These perennials, bulbs, shrubs, and vines are slow to break dormancy.
This isn't necessarily a bad thing, because it's a habit that
protects the plants from damage by late frosts. However, it's a
habit that does encourage damage by humans, as gardeners begin
poking, looking for signs of life.
We know from bitter experience how heartbreaking it is to destroy an
unlabeled mature Platycodon with a careless thrust of a spade in early
spring, because it looked as though there was an empty spot in the border.
Perhaps we can help you avoid similar losses. Here are the plants we've
found to be late to greet spring.
Unless tucked into a protected spot, perennials at the northern edge
of their hardiness zone tend to emerge later than we might otherwise
The last plants to emerge in spring include Leadwort (Ceratostigma),
Milkweed (Asclepias), False Indigo (Baptisia),
Ferns, Balloon Flower (Platycodon), and Hibiscus,
including the shrub, Rose of Sharon (Hibiscus syriacus). Ferns
sometimes don't emerge until July. Primula viallii is the last
Primula to bloom, and also usually the last to sprout, so it can be
a bit disconcerting if you have planted a variety of Primroses and one
appears to have gone missing.
Bloodroot (Sanguinaria) can be tardy the first year after
planting. Lady's Slipper Orchids (Cypripedium), Solomon's
Seal (Polygonatum) and False Solomon's Seal
(Smilacina) sometimes don't appear above ground at
all the first year after planting. However, they're establishing
an astonishing network of roots and will be all the bigger and more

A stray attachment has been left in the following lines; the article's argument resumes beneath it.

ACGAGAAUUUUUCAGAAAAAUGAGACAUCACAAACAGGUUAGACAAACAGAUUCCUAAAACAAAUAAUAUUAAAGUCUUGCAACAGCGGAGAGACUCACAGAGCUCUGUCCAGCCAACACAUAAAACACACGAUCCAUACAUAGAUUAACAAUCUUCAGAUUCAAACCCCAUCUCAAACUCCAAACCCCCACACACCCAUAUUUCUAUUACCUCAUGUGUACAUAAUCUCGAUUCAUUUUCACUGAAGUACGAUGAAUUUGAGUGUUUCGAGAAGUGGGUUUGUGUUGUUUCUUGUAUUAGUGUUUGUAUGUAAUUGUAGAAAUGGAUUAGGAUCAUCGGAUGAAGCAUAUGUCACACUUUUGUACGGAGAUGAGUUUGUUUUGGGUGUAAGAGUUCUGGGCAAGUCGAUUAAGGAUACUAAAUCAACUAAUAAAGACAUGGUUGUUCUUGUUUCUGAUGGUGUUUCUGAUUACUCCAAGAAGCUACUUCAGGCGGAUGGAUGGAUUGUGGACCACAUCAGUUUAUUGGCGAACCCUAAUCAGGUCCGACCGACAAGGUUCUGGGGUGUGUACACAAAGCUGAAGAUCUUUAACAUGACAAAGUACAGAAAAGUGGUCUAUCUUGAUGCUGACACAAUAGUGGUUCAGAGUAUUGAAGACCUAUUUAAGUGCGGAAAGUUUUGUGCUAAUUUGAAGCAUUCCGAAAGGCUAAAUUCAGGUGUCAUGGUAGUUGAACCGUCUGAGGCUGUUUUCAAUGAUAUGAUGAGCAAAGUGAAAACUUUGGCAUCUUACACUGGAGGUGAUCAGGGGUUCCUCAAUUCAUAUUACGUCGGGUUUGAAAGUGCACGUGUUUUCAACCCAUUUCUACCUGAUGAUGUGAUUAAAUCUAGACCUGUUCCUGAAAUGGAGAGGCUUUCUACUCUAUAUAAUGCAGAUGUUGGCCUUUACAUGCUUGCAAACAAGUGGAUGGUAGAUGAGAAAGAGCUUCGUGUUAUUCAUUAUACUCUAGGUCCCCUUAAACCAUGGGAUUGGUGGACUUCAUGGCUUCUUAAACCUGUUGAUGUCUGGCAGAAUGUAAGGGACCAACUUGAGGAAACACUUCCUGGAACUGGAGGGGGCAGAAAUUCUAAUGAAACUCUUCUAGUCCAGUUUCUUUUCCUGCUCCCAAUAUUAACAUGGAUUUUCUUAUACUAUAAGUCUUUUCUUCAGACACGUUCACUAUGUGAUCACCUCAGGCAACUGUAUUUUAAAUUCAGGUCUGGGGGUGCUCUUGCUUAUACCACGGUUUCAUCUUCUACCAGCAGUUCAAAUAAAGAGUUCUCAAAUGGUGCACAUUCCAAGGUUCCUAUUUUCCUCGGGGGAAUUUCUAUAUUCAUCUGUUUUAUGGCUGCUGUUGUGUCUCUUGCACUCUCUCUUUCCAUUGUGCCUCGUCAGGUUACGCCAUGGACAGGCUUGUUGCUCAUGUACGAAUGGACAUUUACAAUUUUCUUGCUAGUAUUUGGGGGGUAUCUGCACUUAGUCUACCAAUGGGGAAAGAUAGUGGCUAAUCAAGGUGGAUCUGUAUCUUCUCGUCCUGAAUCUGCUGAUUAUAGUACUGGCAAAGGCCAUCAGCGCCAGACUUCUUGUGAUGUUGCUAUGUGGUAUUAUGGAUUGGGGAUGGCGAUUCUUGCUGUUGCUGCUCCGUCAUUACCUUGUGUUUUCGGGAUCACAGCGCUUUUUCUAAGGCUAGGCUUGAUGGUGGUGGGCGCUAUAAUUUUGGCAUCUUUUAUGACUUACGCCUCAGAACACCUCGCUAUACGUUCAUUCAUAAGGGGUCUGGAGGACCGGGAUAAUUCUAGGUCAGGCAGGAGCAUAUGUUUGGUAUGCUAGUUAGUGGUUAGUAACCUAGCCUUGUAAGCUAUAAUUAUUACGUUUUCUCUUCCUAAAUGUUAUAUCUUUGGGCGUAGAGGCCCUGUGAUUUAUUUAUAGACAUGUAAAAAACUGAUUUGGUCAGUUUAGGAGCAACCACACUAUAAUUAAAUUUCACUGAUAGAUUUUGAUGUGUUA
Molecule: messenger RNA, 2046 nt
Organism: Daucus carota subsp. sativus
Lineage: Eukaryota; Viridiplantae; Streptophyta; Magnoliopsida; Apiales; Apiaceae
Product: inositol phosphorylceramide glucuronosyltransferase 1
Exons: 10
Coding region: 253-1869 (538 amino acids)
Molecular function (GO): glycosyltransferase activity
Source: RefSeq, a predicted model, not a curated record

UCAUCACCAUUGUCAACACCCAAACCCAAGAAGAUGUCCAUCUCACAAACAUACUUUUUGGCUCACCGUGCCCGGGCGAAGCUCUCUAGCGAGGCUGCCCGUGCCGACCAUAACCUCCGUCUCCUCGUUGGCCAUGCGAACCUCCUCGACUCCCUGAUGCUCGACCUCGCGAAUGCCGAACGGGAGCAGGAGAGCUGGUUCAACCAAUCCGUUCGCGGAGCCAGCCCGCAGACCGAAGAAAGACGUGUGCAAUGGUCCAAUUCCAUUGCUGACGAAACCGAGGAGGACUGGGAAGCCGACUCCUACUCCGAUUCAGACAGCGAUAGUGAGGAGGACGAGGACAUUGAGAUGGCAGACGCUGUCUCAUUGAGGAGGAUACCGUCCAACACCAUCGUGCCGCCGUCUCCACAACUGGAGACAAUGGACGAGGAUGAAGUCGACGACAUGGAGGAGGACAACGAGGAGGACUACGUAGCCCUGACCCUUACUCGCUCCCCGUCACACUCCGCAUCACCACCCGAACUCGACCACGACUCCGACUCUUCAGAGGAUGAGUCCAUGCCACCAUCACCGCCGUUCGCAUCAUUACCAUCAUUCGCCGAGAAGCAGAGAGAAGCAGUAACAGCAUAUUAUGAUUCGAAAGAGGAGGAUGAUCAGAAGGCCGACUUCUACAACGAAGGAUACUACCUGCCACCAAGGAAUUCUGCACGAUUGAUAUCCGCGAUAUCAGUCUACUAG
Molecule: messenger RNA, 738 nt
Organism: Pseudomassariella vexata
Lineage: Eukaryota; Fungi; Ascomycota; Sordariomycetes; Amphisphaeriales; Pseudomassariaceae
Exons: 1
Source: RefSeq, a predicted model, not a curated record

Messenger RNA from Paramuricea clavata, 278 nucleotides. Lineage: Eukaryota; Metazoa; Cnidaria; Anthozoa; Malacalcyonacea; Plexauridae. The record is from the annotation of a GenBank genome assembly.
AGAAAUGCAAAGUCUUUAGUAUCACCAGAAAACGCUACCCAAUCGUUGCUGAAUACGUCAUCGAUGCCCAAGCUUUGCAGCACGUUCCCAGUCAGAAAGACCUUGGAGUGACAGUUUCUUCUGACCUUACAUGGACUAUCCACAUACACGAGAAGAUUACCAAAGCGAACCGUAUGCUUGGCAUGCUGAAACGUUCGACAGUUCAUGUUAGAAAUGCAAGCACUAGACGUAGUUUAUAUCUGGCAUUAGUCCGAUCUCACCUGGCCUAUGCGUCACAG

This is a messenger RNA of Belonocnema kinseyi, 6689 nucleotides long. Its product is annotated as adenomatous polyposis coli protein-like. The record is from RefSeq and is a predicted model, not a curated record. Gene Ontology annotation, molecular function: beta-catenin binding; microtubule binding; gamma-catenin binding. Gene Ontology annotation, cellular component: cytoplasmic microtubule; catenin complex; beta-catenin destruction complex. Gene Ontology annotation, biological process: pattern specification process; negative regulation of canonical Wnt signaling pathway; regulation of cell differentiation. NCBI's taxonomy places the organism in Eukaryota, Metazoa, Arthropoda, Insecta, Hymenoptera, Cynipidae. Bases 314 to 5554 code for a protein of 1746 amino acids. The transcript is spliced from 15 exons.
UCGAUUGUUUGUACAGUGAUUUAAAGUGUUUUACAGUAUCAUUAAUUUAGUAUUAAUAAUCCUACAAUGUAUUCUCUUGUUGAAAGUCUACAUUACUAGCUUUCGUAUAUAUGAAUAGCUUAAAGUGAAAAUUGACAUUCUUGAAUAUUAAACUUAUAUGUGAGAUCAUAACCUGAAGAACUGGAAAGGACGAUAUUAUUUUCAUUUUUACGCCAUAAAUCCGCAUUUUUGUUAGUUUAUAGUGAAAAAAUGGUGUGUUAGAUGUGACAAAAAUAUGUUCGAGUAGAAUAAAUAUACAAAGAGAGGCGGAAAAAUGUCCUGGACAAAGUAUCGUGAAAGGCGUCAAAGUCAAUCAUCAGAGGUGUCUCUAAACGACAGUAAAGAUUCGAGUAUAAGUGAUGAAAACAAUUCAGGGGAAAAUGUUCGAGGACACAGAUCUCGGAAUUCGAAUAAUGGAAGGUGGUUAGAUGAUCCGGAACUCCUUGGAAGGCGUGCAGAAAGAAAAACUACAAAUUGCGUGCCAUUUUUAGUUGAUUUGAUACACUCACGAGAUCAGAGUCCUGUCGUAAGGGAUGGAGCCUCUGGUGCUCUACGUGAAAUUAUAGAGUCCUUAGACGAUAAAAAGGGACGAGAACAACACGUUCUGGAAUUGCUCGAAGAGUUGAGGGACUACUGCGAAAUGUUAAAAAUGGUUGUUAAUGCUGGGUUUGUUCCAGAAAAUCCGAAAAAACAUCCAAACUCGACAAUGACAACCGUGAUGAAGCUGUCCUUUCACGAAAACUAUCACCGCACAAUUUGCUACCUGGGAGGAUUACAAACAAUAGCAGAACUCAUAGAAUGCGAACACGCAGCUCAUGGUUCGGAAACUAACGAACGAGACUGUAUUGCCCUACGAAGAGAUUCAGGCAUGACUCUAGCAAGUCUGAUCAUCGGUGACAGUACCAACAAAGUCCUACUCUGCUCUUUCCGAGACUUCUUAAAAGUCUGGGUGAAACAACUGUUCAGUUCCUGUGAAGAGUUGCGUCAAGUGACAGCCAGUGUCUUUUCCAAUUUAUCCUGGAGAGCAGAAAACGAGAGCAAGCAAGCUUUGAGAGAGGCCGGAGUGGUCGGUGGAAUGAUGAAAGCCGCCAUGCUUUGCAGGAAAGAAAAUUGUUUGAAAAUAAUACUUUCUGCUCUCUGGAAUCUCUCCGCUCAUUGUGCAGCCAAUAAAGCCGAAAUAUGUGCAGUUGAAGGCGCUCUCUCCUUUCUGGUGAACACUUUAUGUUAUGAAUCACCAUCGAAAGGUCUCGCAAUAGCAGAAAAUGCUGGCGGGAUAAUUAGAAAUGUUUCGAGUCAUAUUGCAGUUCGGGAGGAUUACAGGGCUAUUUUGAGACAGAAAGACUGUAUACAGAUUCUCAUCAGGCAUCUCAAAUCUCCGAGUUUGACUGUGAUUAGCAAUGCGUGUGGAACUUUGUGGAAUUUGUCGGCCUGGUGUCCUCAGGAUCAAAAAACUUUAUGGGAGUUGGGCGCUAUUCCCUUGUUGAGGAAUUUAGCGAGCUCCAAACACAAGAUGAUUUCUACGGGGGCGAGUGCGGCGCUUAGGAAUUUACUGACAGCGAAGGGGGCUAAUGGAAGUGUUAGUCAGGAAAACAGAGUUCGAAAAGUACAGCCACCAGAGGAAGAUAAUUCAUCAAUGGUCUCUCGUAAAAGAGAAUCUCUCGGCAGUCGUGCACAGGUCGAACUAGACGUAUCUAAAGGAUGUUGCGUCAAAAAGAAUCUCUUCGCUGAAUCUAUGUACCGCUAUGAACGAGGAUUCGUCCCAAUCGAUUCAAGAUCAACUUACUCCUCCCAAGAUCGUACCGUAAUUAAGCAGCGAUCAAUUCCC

beautiful the following year. That's not always much consolation
the first year, though, we admit.
If it's been a very wet winter, or if they're planted in
a spot that's too moist, Astilboides and Darmera
can also be painfully slow to awaken.
The first year after planting, spring-blooming bulbs often delay their
appearance. Daffodils (Narcissus) in particular often
bloom weeks later than their brethren who've been in the garden
for a couple of years. After the first season, the biological clock
recalibrates to North American time.
Lilies can also be slow the first year. It's all too easy
to behead the bulbs when all the growth is still below ground, so mark
the place where they're planted, and exercise caution during spring
cleanup. Lilium martagon sometimes fail to appear at all the
first year, as bulbs devote all their energy to establishing a root
Crinodonna and Tuberose (Polianthes tuberosa), tender summer
bloomers, are often slow.
SHRUBS and VINES:
Sweet Pepperbush (Clethra alnifolia) is among the last
shrubs to leaf out. Many North American natives, such as Clethra, apparently
found some evolutionary advantage to being late to awaken. Late frosts
often spoil the display of trees such as Magnolias and Apricots, and
Clethra avoids that fate. It's not a native, but Clerodendron
(Harlequin Glory Bower) can also be slow. Talking about this subject
in the office generated some interesting differences of opinion about
Butterfly Bush (Buddleia). Some of us find it slow in
some years, and others find it prompt; which just goes to show that
location (how much protection the site affords, and which direction
it faces) has a profound impact on emergence and bloom time. At the
northern end of their range in Zones 5 or 6, Buddleia, Clerodendron,
Hydrangea arborescens Annabelle' and Caryopteris
X clandonensis Dark Knight' may die back to the groundprune
off the deadwood, and the plants will break from the stubs that remain.
The first year after planting, Clematis may also be slow to
emerge in spring.